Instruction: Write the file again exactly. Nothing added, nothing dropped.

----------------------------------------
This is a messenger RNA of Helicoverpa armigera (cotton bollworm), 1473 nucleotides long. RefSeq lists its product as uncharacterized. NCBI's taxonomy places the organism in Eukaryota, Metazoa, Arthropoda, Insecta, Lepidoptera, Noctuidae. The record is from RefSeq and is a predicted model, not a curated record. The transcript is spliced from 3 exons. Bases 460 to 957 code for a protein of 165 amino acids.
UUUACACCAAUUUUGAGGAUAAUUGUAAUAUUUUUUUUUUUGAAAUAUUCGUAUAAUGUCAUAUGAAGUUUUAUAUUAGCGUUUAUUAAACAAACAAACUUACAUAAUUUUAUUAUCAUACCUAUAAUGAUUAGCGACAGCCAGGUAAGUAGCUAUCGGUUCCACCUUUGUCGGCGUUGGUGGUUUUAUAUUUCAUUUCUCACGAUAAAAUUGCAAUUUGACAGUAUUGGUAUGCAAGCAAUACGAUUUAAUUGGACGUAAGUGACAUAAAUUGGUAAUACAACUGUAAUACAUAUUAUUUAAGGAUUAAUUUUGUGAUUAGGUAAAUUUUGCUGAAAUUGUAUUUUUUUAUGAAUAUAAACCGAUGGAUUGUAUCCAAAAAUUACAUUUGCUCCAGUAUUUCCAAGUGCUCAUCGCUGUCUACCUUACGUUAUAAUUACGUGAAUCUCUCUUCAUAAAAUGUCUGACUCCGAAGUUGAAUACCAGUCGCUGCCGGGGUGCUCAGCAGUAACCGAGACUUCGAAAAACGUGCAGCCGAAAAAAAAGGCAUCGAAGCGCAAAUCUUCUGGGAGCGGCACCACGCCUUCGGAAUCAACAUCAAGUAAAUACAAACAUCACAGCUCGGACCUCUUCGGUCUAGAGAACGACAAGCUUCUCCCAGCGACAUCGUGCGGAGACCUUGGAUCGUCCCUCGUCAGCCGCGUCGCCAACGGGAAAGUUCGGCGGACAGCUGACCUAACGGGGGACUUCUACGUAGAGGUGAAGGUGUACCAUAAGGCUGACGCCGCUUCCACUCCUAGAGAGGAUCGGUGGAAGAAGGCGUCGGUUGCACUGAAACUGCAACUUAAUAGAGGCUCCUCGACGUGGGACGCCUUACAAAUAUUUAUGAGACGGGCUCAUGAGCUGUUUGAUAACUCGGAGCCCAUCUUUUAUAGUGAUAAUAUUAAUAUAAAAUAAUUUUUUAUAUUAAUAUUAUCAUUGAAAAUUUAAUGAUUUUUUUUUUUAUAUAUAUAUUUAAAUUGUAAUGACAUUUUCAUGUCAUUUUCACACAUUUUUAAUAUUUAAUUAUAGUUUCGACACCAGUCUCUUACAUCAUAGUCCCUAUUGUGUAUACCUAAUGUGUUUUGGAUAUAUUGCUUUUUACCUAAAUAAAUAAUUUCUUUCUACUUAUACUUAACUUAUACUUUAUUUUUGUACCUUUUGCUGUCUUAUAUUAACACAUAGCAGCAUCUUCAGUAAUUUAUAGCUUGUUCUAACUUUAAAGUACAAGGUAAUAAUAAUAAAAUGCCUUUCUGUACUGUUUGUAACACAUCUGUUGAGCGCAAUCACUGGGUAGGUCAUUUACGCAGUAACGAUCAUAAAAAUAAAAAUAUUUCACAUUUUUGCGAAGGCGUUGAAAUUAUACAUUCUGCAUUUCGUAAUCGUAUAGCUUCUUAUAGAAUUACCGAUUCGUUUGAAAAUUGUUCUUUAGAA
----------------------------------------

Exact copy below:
This is a messenger RNA of Helicoverpa armigera (cotton bollworm), 1473 nucleotides long. RefSeq lists its product as uncharacterized. NCBI's taxonomy places the organism in Eukaryota, Metazoa, Arthropoda, Insecta, Lepidoptera, Noctuidae. The record is from RefSeq and is a predicted model, not a curated record. The transcript is spliced from 3 exons. Bases 460 to 957 code for a protein of 165 amino acids.
UUUACACCAAUUUUGAGGAUAAUUGUAAUAUUUUUUUUUUUGAAAUAUUCGUAUAAUGUCAUAUGAAGUUUUAUAUUAGCGUUUAUUAAACAAACAAACUUACAUAAUUUUAUUAUCAUACCUAUAAUGAUUAGCGACAGCCAGGUAAGUAGCUAUCGGUUCCACCUUUGUCGGCGUUGGUGGUUUUAUAUUUCAUUUCUCACGAUAAAAUUGCAAUUUGACAGUAUUGGUAUGCAAGCAAUACGAUUUAAUUGGACGUAAGUGACAUAAAUUGGUAAUACAACUGUAAUACAUAUUAUUUAAGGAUUAAUUUUGUGAUUAGGUAAAUUUUGCUGAAAUUGUAUUUUUUUAUGAAUAUAAACCGAUGGAUUGUAUCCAAAAAUUACAUUUGCUCCAGUAUUUCCAAGUGCUCAUCGCUGUCUACCUUACGUUAUAAUUACGUGAAUCUCUCUUCAUAAAAUGUCUGACUCCGAAGUUGAAUACCAGUCGCUGCCGGGGUGCUCAGCAGUAACCGAGACUUCGAAAAACGUGCAGCCGAAAAAAAAGGCAUCGAAGCGCAAAUCUUCUGGGAGCGGCACCACGCCUUCGGAAUCAACAUCAAGUAAAUACAAACAUCACAGCUCGGACCUCUUCGGUCUAGAGAACGACAAGCUUCUCCCAGCGACAUCGUGCGGAGACCUUGGAUCGUCCCUCGUCAGCCGCGUCGCCAACGGGAAAGUUCGGCGGACAGCUGACCUAACGGGGGACUUCUACGUAGAGGUGAAGGUGUACCAUAAGGCUGACGCCGCUUCCACUCCUAGAGAGGAUCGGUGGAAGAAGGCGUCGGUUGCACUGAAACUGCAACUUAAUAGAGGCUCCUCGACGUGGGACGCCUUACAAAUAUUUAUGAGACGGGCUCAUGAGCUGUUUGAUAACUCGGAGCCCAUCUUUUAUAGUGAUAAUAUUAAUAUAAAAUAAUUUUUUAUAUUAAUAUUAUCAUUGAAAAUUUAAUGAUUUUUUUUUUUAUAUAUAUAUUUAAAUUGUAAUGACAUUUUCAUGUCAUUUUCACACAUUUUUAAUAUUUAAUUAUAGUUUCGACACCAGUCUCUUACAUCAUAGUCCCUAUUGUGUAUACCUAAUGUGUUUUGGAUAUAUUGCUUUUUACCUAAAUAAAUAAUUUCUUUCUACUUAUACUUAACUUAUACUUUAUUUUUGUACCUUUUGCUGUCUUAUAUUAACACAUAGCAGCAUCUUCAGUAAUUUAUAGCUUGUUCUAACUUUAAAGUACAAGGUAAUAAUAAUAAAAUGCCUUUCUGUACUGUUUGUAACACAUCUGUUGAGCGCAAUCACUGGGUAGGUCAUUUACGCAGUAACGAUCAUAAAAAUAAAAAUAUUUCACAUUUUUGCGAAGGCGUUGAAAUUAUACAUUCUGCAUUUCGUAAUCGUAUAGCUUCUUAUAGAAUUACCGAUUCGUUUGAAAAUUGUUCUUUAGAA